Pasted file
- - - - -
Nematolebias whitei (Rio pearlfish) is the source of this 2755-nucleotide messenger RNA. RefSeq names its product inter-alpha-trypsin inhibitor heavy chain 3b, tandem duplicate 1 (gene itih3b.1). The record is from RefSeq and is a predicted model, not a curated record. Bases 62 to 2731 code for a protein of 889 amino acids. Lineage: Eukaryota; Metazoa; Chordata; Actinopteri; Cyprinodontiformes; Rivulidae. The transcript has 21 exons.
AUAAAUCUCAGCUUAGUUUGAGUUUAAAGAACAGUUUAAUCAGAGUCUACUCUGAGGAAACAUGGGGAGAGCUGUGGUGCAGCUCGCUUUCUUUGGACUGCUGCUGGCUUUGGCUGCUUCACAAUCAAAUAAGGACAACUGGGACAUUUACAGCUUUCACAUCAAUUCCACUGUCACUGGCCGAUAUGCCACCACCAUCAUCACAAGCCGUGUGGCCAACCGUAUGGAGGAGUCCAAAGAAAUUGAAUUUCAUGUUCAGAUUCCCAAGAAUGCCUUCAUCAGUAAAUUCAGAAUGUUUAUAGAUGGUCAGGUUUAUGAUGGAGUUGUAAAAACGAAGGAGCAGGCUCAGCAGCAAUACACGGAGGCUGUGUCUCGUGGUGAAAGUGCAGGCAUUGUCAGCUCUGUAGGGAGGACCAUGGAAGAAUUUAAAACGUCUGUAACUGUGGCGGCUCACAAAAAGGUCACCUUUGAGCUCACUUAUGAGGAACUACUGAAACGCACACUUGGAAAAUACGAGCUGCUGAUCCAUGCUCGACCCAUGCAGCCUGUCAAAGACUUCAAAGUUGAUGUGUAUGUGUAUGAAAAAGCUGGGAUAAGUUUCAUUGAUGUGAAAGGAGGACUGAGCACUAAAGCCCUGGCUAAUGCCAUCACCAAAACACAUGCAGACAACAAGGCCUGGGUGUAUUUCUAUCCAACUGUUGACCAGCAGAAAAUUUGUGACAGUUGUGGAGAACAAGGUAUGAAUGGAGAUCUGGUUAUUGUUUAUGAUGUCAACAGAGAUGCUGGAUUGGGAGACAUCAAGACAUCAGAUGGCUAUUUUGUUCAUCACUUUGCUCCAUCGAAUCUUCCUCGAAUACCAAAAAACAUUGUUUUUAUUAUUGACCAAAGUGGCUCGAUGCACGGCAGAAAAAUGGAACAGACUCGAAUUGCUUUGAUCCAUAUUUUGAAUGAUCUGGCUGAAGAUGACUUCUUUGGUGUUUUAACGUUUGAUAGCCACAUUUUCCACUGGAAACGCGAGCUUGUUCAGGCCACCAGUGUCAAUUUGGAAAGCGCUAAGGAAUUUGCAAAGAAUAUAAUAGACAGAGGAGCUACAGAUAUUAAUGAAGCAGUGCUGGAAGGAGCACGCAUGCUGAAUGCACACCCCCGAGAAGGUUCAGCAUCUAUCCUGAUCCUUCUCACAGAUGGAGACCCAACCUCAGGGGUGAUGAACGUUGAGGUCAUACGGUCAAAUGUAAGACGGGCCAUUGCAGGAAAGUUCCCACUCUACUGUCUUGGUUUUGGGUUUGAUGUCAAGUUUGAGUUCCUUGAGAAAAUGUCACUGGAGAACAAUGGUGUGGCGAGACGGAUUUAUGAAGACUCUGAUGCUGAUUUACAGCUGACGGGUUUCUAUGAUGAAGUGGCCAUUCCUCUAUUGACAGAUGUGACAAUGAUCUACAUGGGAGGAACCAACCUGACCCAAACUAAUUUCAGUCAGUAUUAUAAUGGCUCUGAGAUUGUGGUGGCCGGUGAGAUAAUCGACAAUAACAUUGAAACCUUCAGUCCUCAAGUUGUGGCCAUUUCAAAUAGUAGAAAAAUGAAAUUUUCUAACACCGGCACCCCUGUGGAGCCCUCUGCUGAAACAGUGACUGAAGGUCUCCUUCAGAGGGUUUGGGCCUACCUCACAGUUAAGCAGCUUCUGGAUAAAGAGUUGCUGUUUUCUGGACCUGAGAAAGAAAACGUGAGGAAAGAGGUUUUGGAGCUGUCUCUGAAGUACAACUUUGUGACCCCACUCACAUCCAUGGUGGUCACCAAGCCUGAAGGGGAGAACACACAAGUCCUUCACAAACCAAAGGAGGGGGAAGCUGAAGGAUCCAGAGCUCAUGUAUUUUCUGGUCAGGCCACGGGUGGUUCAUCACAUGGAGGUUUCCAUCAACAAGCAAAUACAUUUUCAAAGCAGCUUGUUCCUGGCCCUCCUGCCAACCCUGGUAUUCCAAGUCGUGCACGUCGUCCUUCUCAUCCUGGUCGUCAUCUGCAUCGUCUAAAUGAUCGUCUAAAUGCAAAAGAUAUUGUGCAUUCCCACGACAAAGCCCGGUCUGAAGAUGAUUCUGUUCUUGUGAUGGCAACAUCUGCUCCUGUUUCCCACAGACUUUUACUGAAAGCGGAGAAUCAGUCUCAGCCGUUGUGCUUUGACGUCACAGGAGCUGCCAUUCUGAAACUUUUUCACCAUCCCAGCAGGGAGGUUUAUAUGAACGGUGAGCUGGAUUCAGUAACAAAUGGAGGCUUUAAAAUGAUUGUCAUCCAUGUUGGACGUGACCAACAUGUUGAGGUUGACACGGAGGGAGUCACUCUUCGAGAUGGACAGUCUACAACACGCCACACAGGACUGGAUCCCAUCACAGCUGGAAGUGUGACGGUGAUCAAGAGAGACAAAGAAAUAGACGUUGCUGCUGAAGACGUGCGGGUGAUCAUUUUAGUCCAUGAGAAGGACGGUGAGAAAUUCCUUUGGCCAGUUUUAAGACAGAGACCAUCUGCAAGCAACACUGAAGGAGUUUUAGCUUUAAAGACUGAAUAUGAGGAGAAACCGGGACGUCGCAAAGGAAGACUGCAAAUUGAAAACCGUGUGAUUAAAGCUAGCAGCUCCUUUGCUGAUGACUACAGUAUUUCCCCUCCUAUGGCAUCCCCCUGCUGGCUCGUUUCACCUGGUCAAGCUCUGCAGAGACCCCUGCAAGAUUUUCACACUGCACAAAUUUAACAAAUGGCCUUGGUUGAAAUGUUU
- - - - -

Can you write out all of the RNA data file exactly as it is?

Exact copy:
Nematolebias whitei (Rio pearlfish) is the source of this 2755-nucleotide messenger RNA. RefSeq names its product inter-alpha-trypsin inhibitor heavy chain 3b, tandem duplicate 1 (gene itih3b.1). The record is from RefSeq and is a predicted model, not a curated record. Bases 62 to 2731 code for a protein of 889 amino acids. Lineage: Eukaryota; Metazoa; Chordata; Actinopteri; Cyprinodontiformes; Rivulidae. The transcript has 21 exons.
AUAAAUCUCAGCUUAGUUUGAGUUUAAAGAACAGUUUAAUCAGAGUCUACUCUGAGGAAACAUGGGGAGAGCUGUGGUGCAGCUCGCUUUCUUUGGACUGCUGCUGGCUUUGGCUGCUUCACAAUCAAAUAAGGACAACUGGGACAUUUACAGCUUUCACAUCAAUUCCACUGUCACUGGCCGAUAUGCCACCACCAUCAUCACAAGCCGUGUGGCCAACCGUAUGGAGGAGUCCAAAGAAAUUGAAUUUCAUGUUCAGAUUCCCAAGAAUGCCUUCAUCAGUAAAUUCAGAAUGUUUAUAGAUGGUCAGGUUUAUGAUGGAGUUGUAAAAACGAAGGAGCAGGCUCAGCAGCAAUACACGGAGGCUGUGUCUCGUGGUGAAAGUGCAGGCAUUGUCAGCUCUGUAGGGAGGACCAUGGAAGAAUUUAAAACGUCUGUAACUGUGGCGGCUCACAAAAAGGUCACCUUUGAGCUCACUUAUGAGGAACUACUGAAACGCACACUUGGAAAAUACGAGCUGCUGAUCCAUGCUCGACCCAUGCAGCCUGUCAAAGACUUCAAAGUUGAUGUGUAUGUGUAUGAAAAAGCUGGGAUAAGUUUCAUUGAUGUGAAAGGAGGACUGAGCACUAAAGCCCUGGCUAAUGCCAUCACCAAAACACAUGCAGACAACAAGGCCUGGGUGUAUUUCUAUCCAACUGUUGACCAGCAGAAAAUUUGUGACAGUUGUGGAGAACAAGGUAUGAAUGGAGAUCUGGUUAUUGUUUAUGAUGUCAACAGAGAUGCUGGAUUGGGAGACAUCAAGACAUCAGAUGGCUAUUUUGUUCAUCACUUUGCUCCAUCGAAUCUUCCUCGAAUACCAAAAAACAUUGUUUUUAUUAUUGACCAAAGUGGCUCGAUGCACGGCAGAAAAAUGGAACAGACUCGAAUUGCUUUGAUCCAUAUUUUGAAUGAUCUGGCUGAAGAUGACUUCUUUGGUGUUUUAACGUUUGAUAGCCACAUUUUCCACUGGAAACGCGAGCUUGUUCAGGCCACCAGUGUCAAUUUGGAAAGCGCUAAGGAAUUUGCAAAGAAUAUAAUAGACAGAGGAGCUACAGAUAUUAAUGAAGCAGUGCUGGAAGGAGCACGCAUGCUGAAUGCACACCCCCGAGAAGGUUCAGCAUCUAUCCUGAUCCUUCUCACAGAUGGAGACCCAACCUCAGGGGUGAUGAACGUUGAGGUCAUACGGUCAAAUGUAAGACGGGCCAUUGCAGGAAAGUUCCCACUCUACUGUCUUGGUUUUGGGUUUGAUGUCAAGUUUGAGUUCCUUGAGAAAAUGUCACUGGAGAACAAUGGUGUGGCGAGACGGAUUUAUGAAGACUCUGAUGCUGAUUUACAGCUGACGGGUUUCUAUGAUGAAGUGGCCAUUCCUCUAUUGACAGAUGUGACAAUGAUCUACAUGGGAGGAACCAACCUGACCCAAACUAAUUUCAGUCAGUAUUAUAAUGGCUCUGAGAUUGUGGUGGCCGGUGAGAUAAUCGACAAUAACAUUGAAACCUUCAGUCCUCAAGUUGUGGCCAUUUCAAAUAGUAGAAAAAUGAAAUUUUCUAACACCGGCACCCCUGUGGAGCCCUCUGCUGAAACAGUGACUGAAGGUCUCCUUCAGAGGGUUUGGGCCUACCUCACAGUUAAGCAGCUUCUGGAUAAAGAGUUGCUGUUUUCUGGACCUGAGAAAGAAAACGUGAGGAAAGAGGUUUUGGAGCUGUCUCUGAAGUACAACUUUGUGACCCCACUCACAUCCAUGGUGGUCACCAAGCCUGAAGGGGAGAACACACAAGUCCUUCACAAACCAAAGGAGGGGGAAGCUGAAGGAUCCAGAGCUCAUGUAUUUUCUGGUCAGGCCACGGGUGGUUCAUCACAUGGAGGUUUCCAUCAACAAGCAAAUACAUUUUCAAAGCAGCUUGUUCCUGGCCCUCCUGCCAACCCUGGUAUUCCAAGUCGUGCACGUCGUCCUUCUCAUCCUGGUCGUCAUCUGCAUCGUCUAAAUGAUCGUCUAAAUGCAAAAGAUAUUGUGCAUUCCCACGACAAAGCCCGGUCUGAAGAUGAUUCUGUUCUUGUGAUGGCAACAUCUGCUCCUGUUUCCCACAGACUUUUACUGAAAGCGGAGAAUCAGUCUCAGCCGUUGUGCUUUGACGUCACAGGAGCUGCCAUUCUGAAACUUUUUCACCAUCCCAGCAGGGAGGUUUAUAUGAACGGUGAGCUGGAUUCAGUAACAAAUGGAGGCUUUAAAAUGAUUGUCAUCCAUGUUGGACGUGACCAACAUGUUGAGGUUGACACGGAGGGAGUCACUCUUCGAGAUGGACAGUCUACAACACGCCACACAGGACUGGAUCCCAUCACAGCUGGAAGUGUGACGGUGAUCAAGAGAGACAAAGAAAUAGACGUUGCUGCUGAAGACGUGCGGGUGAUCAUUUUAGUCCAUGAGAAGGACGGUGAGAAAUUCCUUUGGCCAGUUUUAAGACAGAGACCAUCUGCAAGCAACACUGAAGGAGUUUUAGCUUUAAAGACUGAAUAUGAGGAGAAACCGGGACGUCGCAAAGGAAGACUGCAAAUUGAAAACCGUGUGAUUAAAGCUAGCAGCUCCUUUGCUGAUGACUACAGUAUUUCCCCUCCUAUGGCAUCCCCCUGCUGGCUCGUUUCACCUGGUCAAGCUCUGCAGAGACCCCUGCAAGAUUUUCACACUGCACAAAUUUAACAAAUGGCCUUGGUUGAAAUGUUU